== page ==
Dandruff is a skin condition that many people suffer from regardless of race, age or geography. Even though a multitude of studies have been done on the condition, there doesn’t seem to be much cohesion on the cause or how to effectively eliminate it.
Dandruff is the rapid turnover of skin cells, so fast that the skin doesn’t have time to shed the first layer before the next layer of dead skin cells is added. This compacting of the dead skin cells builds up on the scalp, clogging the pores and preventing new hair from growing. This stunts hair growth and leads to hair loss.
In addition, there are some bacteria and yeast strains that live on our skin and scalp. They are opportunists that take advantage of the feast of dead skin cells, feeding and growing, exacerbating the issue and promoting a vicious cycle. The one linked mainly to dandruff is called Malassezia globosa.
It isn’t fully understood what causes dandruff – chemicals in hair products, nutritional deficiencies, bacteria, too much sunlight – and it is oftentimes confused with seborrhoeic dermatitis. The difference though, is seborrhoeic dermatitis is more inflammatory and sometimes goes beyond the scalp.
It has been said that dandruff is a mild version of seborrhoeic dermatitis not innately harmful to the skin, however it produces symptoms such as itching, which can lead to damage to the scalp from vigorous scratching and flaking which is annoying, looks unhygienic and can negatively affect the self-esteem of the person with the condition.
The diet of someone with dandruff or similar scalp conditions usually has a severe B Complex deficiency as well as a lack of essential fatty acids and zinc. A diet rich in flaxseed oil, vitamin E, Vitamin A, PABA (Para-amino-benzoic Acid), Folic acid, B6 and Zinc, will help improve the condition. A plant-based diet will help improve the condition of your scalp as well as stocking up on your supplements.
Herbal Hair Rinse
Herbal hair rinses have been used for centuries to cleanse the hair and soothe scalp conditions. The cause of the condition of dandruff needs to be dealt with inside the body through the diet, however, herbal rinses can help with the symptoms, soothing the itching and killing the bacteria that proliferate the problem.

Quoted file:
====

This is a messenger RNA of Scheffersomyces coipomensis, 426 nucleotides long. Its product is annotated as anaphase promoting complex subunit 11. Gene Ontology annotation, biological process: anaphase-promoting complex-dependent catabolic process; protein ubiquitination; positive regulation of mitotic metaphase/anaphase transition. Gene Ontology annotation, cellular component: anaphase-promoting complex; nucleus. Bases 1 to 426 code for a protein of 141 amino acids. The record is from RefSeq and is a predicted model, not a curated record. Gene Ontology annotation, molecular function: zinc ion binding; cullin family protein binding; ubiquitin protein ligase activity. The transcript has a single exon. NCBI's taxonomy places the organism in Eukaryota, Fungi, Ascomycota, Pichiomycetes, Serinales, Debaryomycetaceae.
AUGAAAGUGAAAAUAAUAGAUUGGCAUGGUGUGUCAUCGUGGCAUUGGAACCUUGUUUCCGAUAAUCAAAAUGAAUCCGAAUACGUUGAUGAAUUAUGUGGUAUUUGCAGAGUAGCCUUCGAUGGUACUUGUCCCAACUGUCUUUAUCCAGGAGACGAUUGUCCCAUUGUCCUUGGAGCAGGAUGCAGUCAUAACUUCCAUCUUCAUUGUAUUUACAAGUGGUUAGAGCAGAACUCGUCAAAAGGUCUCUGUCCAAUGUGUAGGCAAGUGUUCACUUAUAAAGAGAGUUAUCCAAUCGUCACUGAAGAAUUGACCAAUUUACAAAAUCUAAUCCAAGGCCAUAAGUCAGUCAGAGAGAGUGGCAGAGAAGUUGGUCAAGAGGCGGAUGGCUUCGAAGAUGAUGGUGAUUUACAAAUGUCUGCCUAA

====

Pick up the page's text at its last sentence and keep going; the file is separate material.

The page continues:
Herbs To Use:
- Burdock root – antibacterial, antifungal, antioxidant helps control cell mutation
- Comfrey – healing and soothing
- Aloe vera gel/powder – healing, soothing, cooling for itchy skin
- Ginger – antioxidant and germ killing, cleansing
- Common Plantain – healing, antibiotic, soothes itchy skin
All the above herbs have antibacterial, anti-fungal and soothing properties, exactly what your scalp needs, they are mild and won’t cause the additional issues of drying out your scalp as some commercial shampoos for dandruff.. You can use one or a few of these to make your hair rinse.
How To Make A Dandruff Hair Tea Rinse
Make just enough for single use:
Use 20g of dried plant leaves to 100g of Water. (Use the leaves, as they are easier to strain)
Add leaves to boiling water, cover, boil for 20minutes
Remove from heat and let it steep for 1-3 hours.
Once cooled, strain and use it up.
Another option is to boil the water, remove it from the heat, stir in the leaves, cover it and let it steep for 1-3 hours.
Once cooled, strain and use it up.
I do not suggest leaving it overnight without some form of preservation, however, you could freeze the tea and thaw the cubes when you need to use it. Just take it out a couple hours before you need it (not overnight), let it sit at room temperature until thawed.
If you want to use aloe vera in the tea, use the powdered version and add it after the tea has cooled. It will easily dissolve into the tea. You only need a small amount as the powdered form is highly concentrated, 2-3g or half teaspoon in 100g of water/tea should be more than enough.
You can use the gel on its own, rub it all over the scalp, leave it on for a few hours and wash it out, leave it overnight then wash it out the next day or just leave it on for a few days.
The best way to use the rinse is to pour it into a bottle with a spout then apply it directly to your scalp. It’s best to leave it on your scalp, but ultimately that’s up to you. As it’s water based, it will dry quickly.
This is optional, but you may also add apple cider vinegar to your herbal hair rinse, which will help balance the pH of the scalp.
I don’t have dandruff, but I do experience itchy scalp sometimes and my go to is my hair tea, it not just soothes the itch but adds extra moisture to my hair and scalp. I am developing a hair tea for hair moisturising, but you’ll have to wait and see.
In the meantime, make your own hair rinse, see what herbs work for you, there are many more herbs I could mention but it can be overwhelming. Do some research and see what ones call to you.
Let us know how you get on with your hair tea rinse, connect with us on our Facebook page and share what has helped you with dandruff or any other scalp condition you may be living with.
Until next time,
Be Great x
The Natural Remedies Encyclopedia; Ferrell, V.H; Cherne, H.M.
Ranganathan, S, and T Mukhopadhyay. “Dandruff: the most commercially exploited skin disease.” Indian journal of dermatology vol. 55,2 (2010): 130-4. doi:10.4103/0019-5154.62734